Mile High Station, a historic landmark turned contemporary event venue in downtown Denver was an appropriate stage for the 23rd annual CU Real Estate Forum on February 27.
The forum, which highlights important trends and topics in real estate, has become one of the premier annual real estate events in Colorado, drawing local, national and international thought leaders in the commercial real estate community. In attendance were leading real estate professionals and experts, business leaders and Leeds’ real estate students, for whom this event is an excellent networking opportunity and catalyst for their future careers.
This year, opening remarks were provided by both Leeds Dean Sharon Matusik and CU President Mark Kennedy who noted the significance of the event.
“It’s a great example of how we partner with the business community to look to the future for our students and state,” Kennedy later tweeted.
The program highlighted cutting-edge projects currently underway in the region and the big-picture direction of commercial real estate in general. The agenda kicked off with Leeds’ Scholar-in-Residence and internationally recognized real estate tech expert, Mike DelPrete providing an insider’s look into the rapidly growing PropTech sector of real estate and disruption of the iBuying revolution.
iBuyer companies offer home sellers a simpler, more convenient online alternative to traditional home selling formats by using technology to estimate the market value of homes and make consumers a direct offer.
As DelPrete shared, they are aggressively increasing their market share, and even though iBuyer giant Zillow has yet to turn to profitability, they stand to gain in the long run because of their lead generation capacity.
Economist and Executive Director of the Business Research Division at Leeds, Brian Lewandowski shared insights on the state and national economies, and the role of the real estate sector in Colorado’s economy. “We are in period of growth amidst uncertainty,” Lewandowski explained. However, even with risk factors such as the corona virus and this being an election year, Colorado is on good footing to weather a future economic storm.
Other highlights included a panel on multi-family housing trends moderated by Doug Bibby, president and CEO of the National Multifamily Housing Council, and an overview of two new entertainment district developments in Denver: the McGregor Square mixed-use property near Rockies Stadium and the much-anticipated Meow Wolf experiential museum and located downtown. One million visitors per year are projected to participate in this unique immersive art experience. Both properties are planned to open in 2021.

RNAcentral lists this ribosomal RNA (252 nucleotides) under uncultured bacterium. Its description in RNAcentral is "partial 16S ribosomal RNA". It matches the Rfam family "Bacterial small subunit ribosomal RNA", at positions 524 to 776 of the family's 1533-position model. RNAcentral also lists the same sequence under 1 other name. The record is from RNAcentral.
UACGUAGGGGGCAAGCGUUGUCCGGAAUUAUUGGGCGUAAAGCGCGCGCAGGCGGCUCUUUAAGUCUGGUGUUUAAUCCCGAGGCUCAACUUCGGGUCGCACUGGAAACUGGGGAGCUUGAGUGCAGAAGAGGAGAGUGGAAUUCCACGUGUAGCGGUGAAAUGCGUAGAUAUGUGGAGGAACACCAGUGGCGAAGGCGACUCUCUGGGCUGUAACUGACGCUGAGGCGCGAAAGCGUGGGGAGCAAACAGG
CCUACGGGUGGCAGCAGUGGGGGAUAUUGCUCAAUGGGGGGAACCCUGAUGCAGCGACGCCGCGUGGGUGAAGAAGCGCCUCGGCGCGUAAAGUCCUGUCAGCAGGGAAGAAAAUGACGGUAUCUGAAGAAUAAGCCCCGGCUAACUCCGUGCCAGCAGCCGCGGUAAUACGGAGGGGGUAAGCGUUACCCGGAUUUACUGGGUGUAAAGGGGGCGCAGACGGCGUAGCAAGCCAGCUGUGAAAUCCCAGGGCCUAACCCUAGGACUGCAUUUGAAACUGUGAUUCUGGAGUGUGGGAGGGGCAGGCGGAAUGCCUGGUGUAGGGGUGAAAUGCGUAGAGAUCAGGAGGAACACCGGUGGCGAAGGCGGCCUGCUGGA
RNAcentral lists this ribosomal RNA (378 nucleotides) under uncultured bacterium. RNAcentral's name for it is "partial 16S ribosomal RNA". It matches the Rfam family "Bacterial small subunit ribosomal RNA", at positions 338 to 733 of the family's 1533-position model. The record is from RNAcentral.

Finally, in anticipation of the changes that will occur in Washington, DC and our local governments in this election year, the forum welcomed Jeff DeBoer, president and CEO of the Real Estate Roundtable to discuss the future of real estate. During a fireside chat, DeBoer and Ric Clark, senior managing partner and chairman of Brookfield Property Group, engaged in ideas surrounding policy, affordable housing, infrastructure and sustainability and energy efficiency in construction.
Ever cognizant of the students in the room, DeBoer offered advice for success post-graduation. Because of the shift towards globalization, he suggested that real estate majors consider learning a second language, such as Spanish or Mandarin, and gain data-science skills to stay abreast of the rapid advancements in technology.
As always, the event delivered important academic research, training for future real estate leaders and up-to-date industry expertise—all within one of the most important historical structures that contribute to Denver’s diverse, vibrant real estate community.